2021: An Astounding Year for M&A
- Q4 capped a record-breaking year for M&A, driven by a unique combination of powerful tailwinds. All told, 2021 saw nearly $6 trillion in M&A value, crushing any previous year by more than a trillion dollars.
- Healthcare, technology, finance, and logistics were standout sectors, all driven in different ways by the global restructuring brought by the pandemic.
- We expect to see strong activity continue into 2022, although the year is starting with more tempered optimism than we saw last January.
- Potential headwinds in 2022 include continued inflation and supply chain challenges, lower capital flows between national economies, a less amenable regulatory environment, and a resurgence of COVID-19.
- Expect M&A focus to shift from transformational acquisitions to deals focused on lowering costs and gaining market share.
2021 more than made up for the lull in M&A activity caused by the pandemic. A nearly 10% drop year-over-year in M&A value in 2020 was followed by a whopping 80% rise in 2021. The number of deals made dropped 8% in 2020, followed by a 36% surge in volume last year. Some standout deals this year include:
- AT&T’s spinoff/merger of its WarnerMedia media holdings with Discovery to create a standalone entertainment brand, valued at $43 billion
- Altimeter’s $40 billion acquisition of Grab, a ride hailing/delivery service dubbed the “Uber of Southeast Asia”
- Amazon’s $8 billion acquisition of film giant MGM Studios
The reason for this exceptional year, in one way or another, is related to the continued impact of the COVID-19 pandemic.
The Pandemic Drives M&A Flurry
No matter how you slice it, the tremendous surge in M&A, both on a broad level and in terms of acquisition targets, was driven by the powerful, persistent impact of the pandemic on the global economy.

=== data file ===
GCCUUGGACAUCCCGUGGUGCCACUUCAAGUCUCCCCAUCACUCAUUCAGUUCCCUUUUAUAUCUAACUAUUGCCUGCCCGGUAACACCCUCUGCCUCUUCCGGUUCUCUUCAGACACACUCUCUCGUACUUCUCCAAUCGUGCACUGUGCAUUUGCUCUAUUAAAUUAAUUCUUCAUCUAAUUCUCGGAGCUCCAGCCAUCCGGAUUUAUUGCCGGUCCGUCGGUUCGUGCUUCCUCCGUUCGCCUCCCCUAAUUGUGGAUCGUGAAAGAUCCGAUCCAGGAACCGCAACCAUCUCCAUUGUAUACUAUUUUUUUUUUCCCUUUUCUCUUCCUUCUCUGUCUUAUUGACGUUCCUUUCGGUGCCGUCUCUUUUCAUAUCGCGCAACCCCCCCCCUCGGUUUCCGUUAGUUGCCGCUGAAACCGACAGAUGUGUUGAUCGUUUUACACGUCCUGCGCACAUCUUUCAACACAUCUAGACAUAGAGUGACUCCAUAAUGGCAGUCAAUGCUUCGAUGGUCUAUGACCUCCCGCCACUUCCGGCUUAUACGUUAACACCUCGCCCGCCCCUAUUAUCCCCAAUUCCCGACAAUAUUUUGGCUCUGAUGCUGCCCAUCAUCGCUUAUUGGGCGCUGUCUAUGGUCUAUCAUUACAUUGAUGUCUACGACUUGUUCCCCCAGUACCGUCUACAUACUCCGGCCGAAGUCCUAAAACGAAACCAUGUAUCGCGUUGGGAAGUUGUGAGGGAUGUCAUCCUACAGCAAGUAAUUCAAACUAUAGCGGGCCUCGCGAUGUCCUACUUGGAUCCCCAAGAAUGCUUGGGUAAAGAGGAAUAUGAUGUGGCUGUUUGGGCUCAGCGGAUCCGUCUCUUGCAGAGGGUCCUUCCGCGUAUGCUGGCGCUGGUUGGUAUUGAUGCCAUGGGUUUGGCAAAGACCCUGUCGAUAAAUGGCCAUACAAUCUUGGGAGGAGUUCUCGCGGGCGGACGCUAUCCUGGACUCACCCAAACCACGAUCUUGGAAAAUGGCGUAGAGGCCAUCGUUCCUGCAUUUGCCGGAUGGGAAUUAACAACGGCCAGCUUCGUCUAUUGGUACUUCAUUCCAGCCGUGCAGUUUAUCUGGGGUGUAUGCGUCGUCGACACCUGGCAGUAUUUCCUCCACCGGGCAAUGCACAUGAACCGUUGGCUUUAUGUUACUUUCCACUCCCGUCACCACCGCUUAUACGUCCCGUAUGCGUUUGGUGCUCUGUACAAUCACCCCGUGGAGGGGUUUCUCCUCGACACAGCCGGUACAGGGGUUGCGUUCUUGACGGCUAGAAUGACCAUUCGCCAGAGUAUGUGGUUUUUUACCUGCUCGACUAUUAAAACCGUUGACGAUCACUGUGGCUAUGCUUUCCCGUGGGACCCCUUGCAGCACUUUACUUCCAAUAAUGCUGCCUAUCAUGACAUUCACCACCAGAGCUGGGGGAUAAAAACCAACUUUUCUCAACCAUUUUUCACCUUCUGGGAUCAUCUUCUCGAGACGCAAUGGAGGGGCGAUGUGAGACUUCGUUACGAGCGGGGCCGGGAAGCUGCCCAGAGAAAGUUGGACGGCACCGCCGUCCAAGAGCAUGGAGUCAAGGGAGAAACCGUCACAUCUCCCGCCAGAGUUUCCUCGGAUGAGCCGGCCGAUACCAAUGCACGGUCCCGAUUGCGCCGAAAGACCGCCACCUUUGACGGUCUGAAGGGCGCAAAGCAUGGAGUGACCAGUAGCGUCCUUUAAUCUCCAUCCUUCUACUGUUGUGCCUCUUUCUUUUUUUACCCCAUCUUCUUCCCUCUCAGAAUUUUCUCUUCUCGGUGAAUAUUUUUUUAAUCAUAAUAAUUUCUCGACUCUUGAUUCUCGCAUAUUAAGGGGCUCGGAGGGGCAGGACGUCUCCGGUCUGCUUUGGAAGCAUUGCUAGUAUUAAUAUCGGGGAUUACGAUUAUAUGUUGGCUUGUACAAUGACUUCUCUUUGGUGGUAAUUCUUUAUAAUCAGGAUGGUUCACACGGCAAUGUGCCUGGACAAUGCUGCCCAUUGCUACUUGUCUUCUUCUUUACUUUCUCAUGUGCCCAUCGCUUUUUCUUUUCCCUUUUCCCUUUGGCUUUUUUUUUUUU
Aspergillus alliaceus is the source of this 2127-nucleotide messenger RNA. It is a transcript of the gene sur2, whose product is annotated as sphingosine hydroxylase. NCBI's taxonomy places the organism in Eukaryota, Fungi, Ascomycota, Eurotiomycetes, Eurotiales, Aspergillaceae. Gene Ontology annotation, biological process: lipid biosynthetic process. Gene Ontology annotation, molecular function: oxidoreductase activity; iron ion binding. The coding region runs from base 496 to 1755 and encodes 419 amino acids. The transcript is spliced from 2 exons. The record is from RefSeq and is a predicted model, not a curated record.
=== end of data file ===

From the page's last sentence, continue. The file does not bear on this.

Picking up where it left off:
The sectors above were among the fastest growing for M&A in 2021. Financial firms, like many other industry players, have been gobbling up tech firms to keep up with the times and better digitize their business. Transportation and logistics was one of the most important (and vexing) issues for many companies this year, as shipping backlogs plagued the global economy. Technology and healthcare companies across the board, particularly those that enabled virtual services, proved not only resilient but thrived during the pandemic, and so proved to be valuable targets and able acquirers in 2021.
An interesting case this year was the semiconductor industry. Semiconductors are quickly becoming the cornerstone of every company’s supply chain security, causing both the private sector and public regulators to pay close attention to the competitive health of the market, as well as individual companies’ access to them. It makes sense then that while total deal value in the sector actually dropped from $140 to $50 billion, the number of deals increased from 146 to 202. That means the average M&A deal for the sector fell from roughly $1 billion to just $250 million.
This shift toward more numerous, smaller acquisitions is likely due to companies seeking to acquire a very specific type of semiconductor producer, small enough to evade regulatory scrutiny, but large enough to absorb the company’s own demand for chips. As the semiconductor market goes haywire, these firms are looking to move production in-house.
What we saw in the semiconductor industry this year provides a useful metaphor for much of the year’s M&A activity. Rather than companies seeking to grow their size or addressable market, acquiring and merging firms mainly sought to shore up some perceived weakness exposed by the pandemic. This means buttressing ailing supply chains through more resilient manufacturing and logistics, as well as digitizing to keep up with a world which increasingly demands virtual service.
The Year Ahead
The year ahead calls for cautious optimism on the macroeconomic and M&A fronts. While economic growth remains strong throughout the year compared to the doldrums of 2020, several stubborn challenges have persisted and will almost certainly weigh on 2022. The three most salient of these challenges are: Omicron, Inflation, and Supply Chains.
Inflation is certainly the economic buzzword in the United States right now. It started ramping up in early 2021, gathering speed throughout the year to a whopping 7% in December. Producer costs, particularly energy, have increased even more, with oil prices recently breaching a 2014 high. Since inflation certainly isn’t going anywhere, and has accelerated throughout the year in most of the world, we expect the issue to continue affecting the M&A space in 2022.